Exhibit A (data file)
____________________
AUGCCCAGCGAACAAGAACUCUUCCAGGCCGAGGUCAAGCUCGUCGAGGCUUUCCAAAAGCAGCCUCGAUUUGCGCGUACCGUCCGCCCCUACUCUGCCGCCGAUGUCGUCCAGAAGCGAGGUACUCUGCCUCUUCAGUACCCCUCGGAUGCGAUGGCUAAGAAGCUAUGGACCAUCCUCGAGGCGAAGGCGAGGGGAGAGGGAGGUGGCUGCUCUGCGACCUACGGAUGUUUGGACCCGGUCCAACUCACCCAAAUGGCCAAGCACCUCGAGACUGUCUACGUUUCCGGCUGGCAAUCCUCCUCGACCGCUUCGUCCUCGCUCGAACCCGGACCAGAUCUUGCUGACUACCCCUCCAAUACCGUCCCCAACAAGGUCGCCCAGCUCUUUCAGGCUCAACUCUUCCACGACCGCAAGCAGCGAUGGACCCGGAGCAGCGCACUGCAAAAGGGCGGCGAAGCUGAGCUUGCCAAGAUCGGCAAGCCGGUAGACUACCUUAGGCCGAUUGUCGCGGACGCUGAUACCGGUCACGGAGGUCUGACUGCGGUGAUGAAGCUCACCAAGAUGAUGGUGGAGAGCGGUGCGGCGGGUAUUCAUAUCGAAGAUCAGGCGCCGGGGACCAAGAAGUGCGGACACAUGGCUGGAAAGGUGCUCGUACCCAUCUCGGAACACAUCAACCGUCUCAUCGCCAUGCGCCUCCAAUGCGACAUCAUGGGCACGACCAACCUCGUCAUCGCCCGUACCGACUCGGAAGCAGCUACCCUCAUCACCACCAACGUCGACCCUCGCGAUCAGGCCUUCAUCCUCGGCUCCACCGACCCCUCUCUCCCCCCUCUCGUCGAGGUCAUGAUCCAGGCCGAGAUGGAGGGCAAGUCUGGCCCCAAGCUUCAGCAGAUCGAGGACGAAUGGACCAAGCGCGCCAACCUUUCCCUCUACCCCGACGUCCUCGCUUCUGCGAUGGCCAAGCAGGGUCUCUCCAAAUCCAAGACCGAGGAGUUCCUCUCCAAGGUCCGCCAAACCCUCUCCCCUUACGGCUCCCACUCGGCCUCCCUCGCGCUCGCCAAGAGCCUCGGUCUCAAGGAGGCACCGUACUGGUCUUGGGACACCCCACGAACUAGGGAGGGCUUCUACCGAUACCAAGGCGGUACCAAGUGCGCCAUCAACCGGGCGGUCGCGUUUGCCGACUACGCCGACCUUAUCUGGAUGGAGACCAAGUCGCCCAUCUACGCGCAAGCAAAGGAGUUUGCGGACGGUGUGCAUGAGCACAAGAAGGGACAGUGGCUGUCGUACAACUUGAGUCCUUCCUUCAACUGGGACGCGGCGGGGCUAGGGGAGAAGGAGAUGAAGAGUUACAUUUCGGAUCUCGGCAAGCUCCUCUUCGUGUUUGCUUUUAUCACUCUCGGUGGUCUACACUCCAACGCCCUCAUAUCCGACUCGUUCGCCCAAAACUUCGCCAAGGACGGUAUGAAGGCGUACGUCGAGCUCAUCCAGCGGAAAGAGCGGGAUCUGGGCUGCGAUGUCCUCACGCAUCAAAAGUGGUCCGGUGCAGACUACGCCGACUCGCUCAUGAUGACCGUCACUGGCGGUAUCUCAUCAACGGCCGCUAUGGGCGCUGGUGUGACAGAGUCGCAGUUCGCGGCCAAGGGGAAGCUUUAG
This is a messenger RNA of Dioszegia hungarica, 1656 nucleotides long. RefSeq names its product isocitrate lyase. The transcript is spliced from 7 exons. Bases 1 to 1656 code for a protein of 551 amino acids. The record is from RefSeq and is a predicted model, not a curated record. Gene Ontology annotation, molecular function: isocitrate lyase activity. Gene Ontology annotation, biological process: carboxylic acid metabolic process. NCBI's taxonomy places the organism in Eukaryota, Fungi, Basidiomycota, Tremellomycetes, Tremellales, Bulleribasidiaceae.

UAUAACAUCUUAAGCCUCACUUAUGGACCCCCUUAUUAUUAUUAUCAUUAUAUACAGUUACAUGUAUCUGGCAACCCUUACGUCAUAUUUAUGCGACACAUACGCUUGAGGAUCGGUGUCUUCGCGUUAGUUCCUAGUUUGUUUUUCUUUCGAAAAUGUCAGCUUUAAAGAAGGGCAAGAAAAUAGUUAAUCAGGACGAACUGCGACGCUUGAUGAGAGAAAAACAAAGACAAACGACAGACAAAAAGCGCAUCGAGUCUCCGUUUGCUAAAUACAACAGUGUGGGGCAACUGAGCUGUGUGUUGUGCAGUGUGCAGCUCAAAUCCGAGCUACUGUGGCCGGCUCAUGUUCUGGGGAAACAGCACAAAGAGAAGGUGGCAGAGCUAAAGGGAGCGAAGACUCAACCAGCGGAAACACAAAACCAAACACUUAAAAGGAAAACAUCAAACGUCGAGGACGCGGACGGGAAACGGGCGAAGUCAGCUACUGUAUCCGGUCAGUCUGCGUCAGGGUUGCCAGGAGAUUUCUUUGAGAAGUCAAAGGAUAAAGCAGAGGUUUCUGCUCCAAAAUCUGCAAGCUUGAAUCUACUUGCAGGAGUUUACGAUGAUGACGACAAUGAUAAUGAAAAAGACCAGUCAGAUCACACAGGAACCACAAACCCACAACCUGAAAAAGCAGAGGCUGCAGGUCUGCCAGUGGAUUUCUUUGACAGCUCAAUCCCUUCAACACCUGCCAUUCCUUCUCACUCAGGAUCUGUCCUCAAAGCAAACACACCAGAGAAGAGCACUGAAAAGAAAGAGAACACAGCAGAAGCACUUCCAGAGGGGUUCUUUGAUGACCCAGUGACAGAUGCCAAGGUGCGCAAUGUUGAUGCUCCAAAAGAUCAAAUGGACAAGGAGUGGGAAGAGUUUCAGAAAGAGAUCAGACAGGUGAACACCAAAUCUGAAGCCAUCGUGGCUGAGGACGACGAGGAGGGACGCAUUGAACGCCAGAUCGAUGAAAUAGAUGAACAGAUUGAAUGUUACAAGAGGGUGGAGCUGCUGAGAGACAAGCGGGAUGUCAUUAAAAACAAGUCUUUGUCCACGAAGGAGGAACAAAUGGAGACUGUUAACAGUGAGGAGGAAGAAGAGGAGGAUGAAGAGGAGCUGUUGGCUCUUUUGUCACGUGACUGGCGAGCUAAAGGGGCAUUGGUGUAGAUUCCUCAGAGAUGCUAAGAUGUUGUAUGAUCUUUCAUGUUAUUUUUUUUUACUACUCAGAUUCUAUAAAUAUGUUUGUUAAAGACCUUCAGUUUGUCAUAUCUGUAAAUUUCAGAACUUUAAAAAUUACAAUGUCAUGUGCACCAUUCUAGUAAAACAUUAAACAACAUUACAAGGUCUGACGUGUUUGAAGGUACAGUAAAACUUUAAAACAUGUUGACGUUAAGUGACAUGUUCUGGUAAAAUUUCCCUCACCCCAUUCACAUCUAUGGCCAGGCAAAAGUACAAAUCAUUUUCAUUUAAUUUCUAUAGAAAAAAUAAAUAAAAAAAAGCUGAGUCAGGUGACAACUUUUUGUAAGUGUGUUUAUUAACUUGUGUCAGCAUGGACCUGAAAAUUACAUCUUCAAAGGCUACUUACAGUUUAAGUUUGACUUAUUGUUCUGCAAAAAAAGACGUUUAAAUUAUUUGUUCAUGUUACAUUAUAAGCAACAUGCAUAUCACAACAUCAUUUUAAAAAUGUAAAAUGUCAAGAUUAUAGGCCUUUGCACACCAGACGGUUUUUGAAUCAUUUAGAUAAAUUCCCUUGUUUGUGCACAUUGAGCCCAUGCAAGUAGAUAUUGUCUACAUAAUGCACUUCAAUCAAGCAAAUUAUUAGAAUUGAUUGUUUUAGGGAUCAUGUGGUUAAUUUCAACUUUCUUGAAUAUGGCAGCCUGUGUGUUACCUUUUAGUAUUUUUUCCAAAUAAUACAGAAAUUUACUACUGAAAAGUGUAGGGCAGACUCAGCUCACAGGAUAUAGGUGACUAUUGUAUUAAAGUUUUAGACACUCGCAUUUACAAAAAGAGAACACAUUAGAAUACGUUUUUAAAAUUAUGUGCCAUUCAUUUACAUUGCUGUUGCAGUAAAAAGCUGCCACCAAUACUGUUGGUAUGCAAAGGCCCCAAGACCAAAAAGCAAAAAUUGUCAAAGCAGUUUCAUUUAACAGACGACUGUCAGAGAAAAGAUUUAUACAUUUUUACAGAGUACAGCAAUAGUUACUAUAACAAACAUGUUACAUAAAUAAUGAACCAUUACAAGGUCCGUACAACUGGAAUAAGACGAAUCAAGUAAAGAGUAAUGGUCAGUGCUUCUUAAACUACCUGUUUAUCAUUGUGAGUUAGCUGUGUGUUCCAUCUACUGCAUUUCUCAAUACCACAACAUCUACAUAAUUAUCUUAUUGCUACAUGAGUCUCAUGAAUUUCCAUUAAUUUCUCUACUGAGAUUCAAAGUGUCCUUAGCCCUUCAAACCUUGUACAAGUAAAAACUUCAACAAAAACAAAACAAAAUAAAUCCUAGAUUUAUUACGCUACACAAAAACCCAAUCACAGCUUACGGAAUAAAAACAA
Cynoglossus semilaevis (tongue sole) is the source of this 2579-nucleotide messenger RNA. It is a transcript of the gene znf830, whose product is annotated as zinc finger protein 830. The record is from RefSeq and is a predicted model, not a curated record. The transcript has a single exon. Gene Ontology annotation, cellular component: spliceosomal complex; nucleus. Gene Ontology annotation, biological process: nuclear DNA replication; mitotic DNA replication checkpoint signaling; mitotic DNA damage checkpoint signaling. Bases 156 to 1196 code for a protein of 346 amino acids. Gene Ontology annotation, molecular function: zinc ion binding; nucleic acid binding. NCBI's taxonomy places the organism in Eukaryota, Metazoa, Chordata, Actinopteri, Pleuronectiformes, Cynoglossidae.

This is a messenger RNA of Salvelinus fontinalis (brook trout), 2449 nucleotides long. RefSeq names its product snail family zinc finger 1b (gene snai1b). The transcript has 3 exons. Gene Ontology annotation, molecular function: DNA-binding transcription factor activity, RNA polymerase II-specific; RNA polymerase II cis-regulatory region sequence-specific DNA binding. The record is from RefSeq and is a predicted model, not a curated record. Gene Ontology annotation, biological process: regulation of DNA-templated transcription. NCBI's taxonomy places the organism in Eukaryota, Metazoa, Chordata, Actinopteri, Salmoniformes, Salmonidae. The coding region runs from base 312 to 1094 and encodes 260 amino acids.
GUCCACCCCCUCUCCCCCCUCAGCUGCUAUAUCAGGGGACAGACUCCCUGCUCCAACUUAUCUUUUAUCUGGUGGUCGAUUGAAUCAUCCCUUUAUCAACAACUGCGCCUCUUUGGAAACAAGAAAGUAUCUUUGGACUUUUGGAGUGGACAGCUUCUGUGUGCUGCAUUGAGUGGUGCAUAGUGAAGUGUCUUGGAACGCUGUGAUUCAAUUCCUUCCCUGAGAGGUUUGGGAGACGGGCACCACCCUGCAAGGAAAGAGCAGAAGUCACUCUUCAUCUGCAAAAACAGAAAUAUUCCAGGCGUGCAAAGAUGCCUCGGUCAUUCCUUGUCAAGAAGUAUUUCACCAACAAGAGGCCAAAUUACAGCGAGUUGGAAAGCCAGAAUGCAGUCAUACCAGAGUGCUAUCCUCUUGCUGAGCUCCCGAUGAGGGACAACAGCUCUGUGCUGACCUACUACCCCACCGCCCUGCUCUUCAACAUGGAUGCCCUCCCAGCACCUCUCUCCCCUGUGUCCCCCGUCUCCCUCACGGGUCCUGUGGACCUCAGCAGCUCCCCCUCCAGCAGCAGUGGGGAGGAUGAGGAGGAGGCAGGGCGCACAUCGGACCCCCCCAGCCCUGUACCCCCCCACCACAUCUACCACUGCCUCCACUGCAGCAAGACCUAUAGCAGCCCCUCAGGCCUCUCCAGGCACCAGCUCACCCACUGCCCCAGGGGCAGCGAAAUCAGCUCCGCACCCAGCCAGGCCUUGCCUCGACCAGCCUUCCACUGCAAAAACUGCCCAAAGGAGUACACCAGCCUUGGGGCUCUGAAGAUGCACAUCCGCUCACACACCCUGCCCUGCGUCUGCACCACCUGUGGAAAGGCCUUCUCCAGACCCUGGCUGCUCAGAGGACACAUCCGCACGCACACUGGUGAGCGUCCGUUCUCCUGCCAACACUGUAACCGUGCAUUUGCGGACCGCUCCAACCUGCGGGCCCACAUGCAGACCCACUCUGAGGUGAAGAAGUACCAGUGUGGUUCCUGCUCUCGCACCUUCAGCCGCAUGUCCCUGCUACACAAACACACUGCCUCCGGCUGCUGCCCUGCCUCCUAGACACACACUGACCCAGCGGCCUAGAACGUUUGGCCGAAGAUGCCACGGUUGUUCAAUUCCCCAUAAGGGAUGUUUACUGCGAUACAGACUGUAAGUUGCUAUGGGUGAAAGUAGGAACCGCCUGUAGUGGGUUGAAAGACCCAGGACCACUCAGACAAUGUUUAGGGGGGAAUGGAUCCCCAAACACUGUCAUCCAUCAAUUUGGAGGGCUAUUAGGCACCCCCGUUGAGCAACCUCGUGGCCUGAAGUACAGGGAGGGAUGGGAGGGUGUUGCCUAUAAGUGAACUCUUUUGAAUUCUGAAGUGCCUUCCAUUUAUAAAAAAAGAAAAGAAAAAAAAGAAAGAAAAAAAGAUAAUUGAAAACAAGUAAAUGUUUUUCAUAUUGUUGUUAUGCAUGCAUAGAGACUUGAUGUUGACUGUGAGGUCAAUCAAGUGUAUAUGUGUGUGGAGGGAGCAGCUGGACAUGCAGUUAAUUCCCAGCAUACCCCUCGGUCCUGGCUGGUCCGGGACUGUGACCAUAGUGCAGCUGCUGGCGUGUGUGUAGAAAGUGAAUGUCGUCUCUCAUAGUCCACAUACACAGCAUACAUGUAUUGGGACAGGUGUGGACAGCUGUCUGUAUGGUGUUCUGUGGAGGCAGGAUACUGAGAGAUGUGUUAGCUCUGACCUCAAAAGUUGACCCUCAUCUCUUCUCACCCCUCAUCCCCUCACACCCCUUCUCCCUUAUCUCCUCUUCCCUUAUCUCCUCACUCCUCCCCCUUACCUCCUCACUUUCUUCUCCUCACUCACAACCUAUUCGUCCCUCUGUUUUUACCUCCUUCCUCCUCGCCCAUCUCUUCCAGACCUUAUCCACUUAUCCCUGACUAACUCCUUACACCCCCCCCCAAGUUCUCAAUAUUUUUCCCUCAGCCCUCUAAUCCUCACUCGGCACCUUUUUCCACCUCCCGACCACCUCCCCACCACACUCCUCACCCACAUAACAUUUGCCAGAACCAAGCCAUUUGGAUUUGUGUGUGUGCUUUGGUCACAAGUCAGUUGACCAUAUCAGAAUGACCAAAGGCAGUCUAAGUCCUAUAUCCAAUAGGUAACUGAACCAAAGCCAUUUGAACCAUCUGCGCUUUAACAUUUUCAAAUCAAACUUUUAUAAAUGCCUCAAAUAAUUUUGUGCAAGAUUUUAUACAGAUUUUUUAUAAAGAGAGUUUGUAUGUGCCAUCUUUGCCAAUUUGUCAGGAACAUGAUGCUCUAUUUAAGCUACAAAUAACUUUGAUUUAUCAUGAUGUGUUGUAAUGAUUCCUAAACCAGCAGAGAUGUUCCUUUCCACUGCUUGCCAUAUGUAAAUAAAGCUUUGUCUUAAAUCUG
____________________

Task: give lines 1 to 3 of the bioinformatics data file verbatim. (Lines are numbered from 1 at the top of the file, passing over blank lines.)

AUGCCCAGCGAACAAGAACUCUUCCAGGCCGAGGUCAAGCUCGUCGAGGCUUUCCAAAAGCAGCCUCGAUUUGCGCGUACCGUCCGCCCCUACUCUGCCGCCGAUGUCGUCCAGAAGCGAGGUACUCUGCCUCUUCAGUACCCCUCGGAUGCGAUGGCUAAGAAGCUAUGGACCAUCCUCGAGGCGAAGGCGAGGGGAGAGGGAGGUGGCUGCUCUGCGACCUACGGAUGUUUGGACCCGGUCCAACUCACCCAAAUGGCCAAGCACCUCGAGACUGUCUACGUUUCCGGCUGGCAAUCCUCCUCGACCGCUUCGUCCUCGCUCGAACCCGGACCAGAUCUUGCUGACUACCCCUCCAAUACCGUCCCCAACAAGGUCGCCCAGCUCUUUCAGGCUCAACUCUUCCACGACCGCAAGCAGCGAUGGACCCGGAGCAGCGCACUGCAAAAGGGCGGCGAAGCUGAGCUUGCCAAGAUCGGCAAGCCGGUAGACUACCUUAGGCCGAUUGUCGCGGACGCUGAUACCGGUCACGGAGGUCUGACUGCGGUGAUGAAGCUCACCAAGAUGAUGGUGGAGAGCGGUGCGGCGGGUAUUCAUAUCGAAGAUCAGGCGCCGGGGACCAAGAAGUGCGGACACAUGGCUGGAAAGGUGCUCGUACCCAUCUCGGAACACAUCAACCGUCUCAUCGCCAUGCGCCUCCAAUGCGACAUCAUGGGCACGACCAACCUCGUCAUCGCCCGUACCGACUCGGAAGCAGCUACCCUCAUCACCACCAACGUCGACCCUCGCGAUCAGGCCUUCAUCCUCGGCUCCACCGACCCCUCUCUCCCCCCUCUCGUCGAGGUCAUGAUCCAGGCCGAGAUGGAGGGCAAGUCUGGCCCCAAGCUUCAGCAGAUCGAGGACGAAUGGACCAAGCGCGCCAACCUUUCCCUCUACCCCGACGUCCUCGCUUCUGCGAUGGCCAAGCAGGGUCUCUCCAAAUCCAAGACCGAGGAGUUCCUCUCCAAGGUCCGCCAAACCCUCUCCCCUUACGGCUCCCACUCGGCCUCCCUCGCGCUCGCCAAGAGCCUCGGUCUCAAGGAGGCACCGUACUGGUCUUGGGACACCCCACGAACUAGGGAGGGCUUCUACCGAUACCAAGGCGGUACCAAGUGCGCCAUCAACCGGGCGGUCGCGUUUGCCGACUACGCCGACCUUAUCUGGAUGGAGACCAAGUCGCCCAUCUACGCGCAAGCAAAGGAGUUUGCGGACGGUGUGCAUGAGCACAAGAAGGGACAGUGGCUGUCGUACAACUUGAGUCCUUCCUUCAACUGGGACGCGGCGGGGCUAGGGGAGAAGGAGAUGAAGAGUUACAUUUCGGAUCUCGGCAAGCUCCUCUUCGUGUUUGCUUUUAUCACUCUCGGUGGUCUACACUCCAACGCCCUCAUAUCCGACUCGUUCGCCCAAAACUUCGCCAAGGACGGUAUGAAGGCGUACGUCGAGCUCAUCCAGCGGAAAGAGCGGGAUCUGGGCUGCGAUGUCCUCACGCAUCAAAAGUGGUCCGGUGCAGACUACGCCGACUCGCUCAUGAUGACCGUCACUGGCGGUAUCUCAUCAACGGCCGCUAUGGGCGCUGGUGUGACAGAGUCGCAGUUCGCGGCCAAGGGGAAGCUUUAG
This is a messenger RNA of Dioszegia hungarica, 1656 nucleotides long. RefSeq names its product isocitrate lyase. The transcript is spliced from 7 exons. Bases 1 to 1656 code for a protein of 551 amino acids. The record is from RefSeq and is a predicted model, not a curated record. Gene Ontology annotation, molecular function: isocitrate lyase activity. Gene Ontology annotation, biological process: carboxylic acid metabolic process. NCBI's taxonomy places the organism in Eukaryota, Fungi, Basidiomycota, Tremellomycetes, Tremellales, Bulleribasidiaceae.

UAUAACAUCUUAAGCCUCACUUAUGGACCCCCUUAUUAUUAUUAUCAUUAUAUACAGUUACAUGUAUCUGGCAACCCUUACGUCAUAUUUAUGCGACACAUACGCUUGAGGAUCGGUGUCUUCGCGUUAGUUCCUAGUUUGUUUUUCUUUCGAAAAUGUCAGCUUUAAAGAAGGGCAAGAAAAUAGUUAAUCAGGACGAACUGCGACGCUUGAUGAGAGAAAAACAAAGACAAACGACAGACAAAAAGCGCAUCGAGUCUCCGUUUGCUAAAUACAACAGUGUGGGGCAACUGAGCUGUGUGUUGUGCAGUGUGCAGCUCAAAUCCGAGCUACUGUGGCCGGCUCAUGUUCUGGGGAAACAGCACAAAGAGAAGGUGGCAGAGCUAAAGGGAGCGAAGACUCAACCAGCGGAAACACAAAACCAAACACUUAAAAGGAAAACAUCAAACGUCGAGGACGCGGACGGGAAACGGGCGAAGUCAGCUACUGUAUCCGGUCAGUCUGCGUCAGGGUUGCCAGGAGAUUUCUUUGAGAAGUCAAAGGAUAAAGCAGAGGUUUCUGCUCCAAAAUCUGCAAGCUUGAAUCUACUUGCAGGAGUUUACGAUGAUGACGACAAUGAUAAUGAAAAAGACCAGUCAGAUCACACAGGAACCACAAACCCACAACCUGAAAAAGCAGAGGCUGCAGGUCUGCCAGUGGAUUUCUUUGACAGCUCAAUCCCUUCAACACCUGCCAUUCCUUCUCACUCAGGAUCUGUCCUCAAAGCAAACACACCAGAGAAGAGCACUGAAAAGAAAGAGAACACAGCAGAAGCACUUCCAGAGGGGUUCUUUGAUGACCCAGUGACAGAUGCCAAGGUGCGCAAUGUUGAUGCUCCAAAAGAUCAAAUGGACAAGGAGUGGGAAGAGUUUCAGAAAGAGAUCAGACAGGUGAACACCAAAUCUGAAGCCAUCGUGGCUGAGGACGACGAGGAGGGACGCAUUGAACGCCAGAUCGAUGAAAUAGAUGAACAGAUUGAAUGUUACAAGAGGGUGGAGCUGCUGAGAGACAAGCGGGAUGUCAUUAAAAACAAGUCUUUGUCCACGAAGGAGGAACAAAUGGAGACUGUUAACAGUGAGGAGGAAGAAGAGGAGGAUGAAGAGGAGCUGUUGGCUCUUUUGUCACGUGACUGGCGAGCUAAAGGGGCAUUGGUGUAGAUUCCUCAGAGAUGCUAAGAUGUUGUAUGAUCUUUCAUGUUAUUUUUUUUUACUACUCAGAUUCUAUAAAUAUGUUUGUUAAAGACCUUCAGUUUGUCAUAUCUGUAAAUUUCAGAACUUUAAAAAUUACAAUGUCAUGUGCACCAUUCUAGUAAAACAUUAAACAACAUUACAAGGUCUGACGUGUUUGAAGGUACAGUAAAACUUUAAAACAUGUUGACGUUAAGUGACAUGUUCUGGUAAAAUUUCCCUCACCCCAUUCACAUCUAUGGCCAGGCAAAAGUACAAAUCAUUUUCAUUUAAUUUCUAUAGAAAAAAUAAAUAAAAAAAAGCUGAGUCAGGUGACAACUUUUUGUAAGUGUGUUUAUUAACUUGUGUCAGCAUGGACCUGAAAAUUACAUCUUCAAAGGCUACUUACAGUUUAAGUUUGACUUAUUGUUCUGCAAAAAAAGACGUUUAAAUUAUUUGUUCAUGUUACAUUAUAAGCAACAUGCAUAUCACAACAUCAUUUUAAAAAUGUAAAAUGUCAAGAUUAUAGGCCUUUGCACACCAGACGGUUUUUGAAUCAUUUAGAUAAAUUCCCUUGUUUGUGCACAUUGAGCCCAUGCAAGUAGAUAUUGUCUACAUAAUGCACUUCAAUCAAGCAAAUUAUUAGAAUUGAUUGUUUUAGGGAUCAUGUGGUUAAUUUCAACUUUCUUGAAUAUGGCAGCCUGUGUGUUACCUUUUAGUAUUUUUUCCAAAUAAUACAGAAAUUUACUACUGAAAAGUGUAGGGCAGACUCAGCUCACAGGAUAUAGGUGACUAUUGUAUUAAAGUUUUAGACACUCGCAUUUACAAAAAGAGAACACAUUAGAAUACGUUUUUAAAAUUAUGUGCCAUUCAUUUACAUUGCUGUUGCAGUAAAAAGCUGCCACCAAUACUGUUGGUAUGCAAAGGCCCCAAGACCAAAAAGCAAAAAUUGUCAAAGCAGUUUCAUUUAACAGACGACUGUCAGAGAAAAGAUUUAUACAUUUUUACAGAGUACAGCAAUAGUUACUAUAACAAACAUGUUACAUAAAUAAUGAACCAUUACAAGGUCCGUACAACUGGAAUAAGACGAAUCAAGUAAAGAGUAAUGGUCAGUGCUUCUUAAACUACCUGUUUAUCAUUGUGAGUUAGCUGUGUGUUCCAUCUACUGCAUUUCUCAAUACCACAACAUCUACAUAAUUAUCUUAUUGCUACAUGAGUCUCAUGAAUUUCCAUUAAUUUCUCUACUGAGAUUCAAAGUGUCCUUAGCCCUUCAAACCUUGUACAAGUAAAAACUUCAACAAAAACAAAACAAAAUAAAUCCUAGAUUUAUUACGCUACACAAAAACCCAAUCACAGCUUACGGAAUAAAAACAA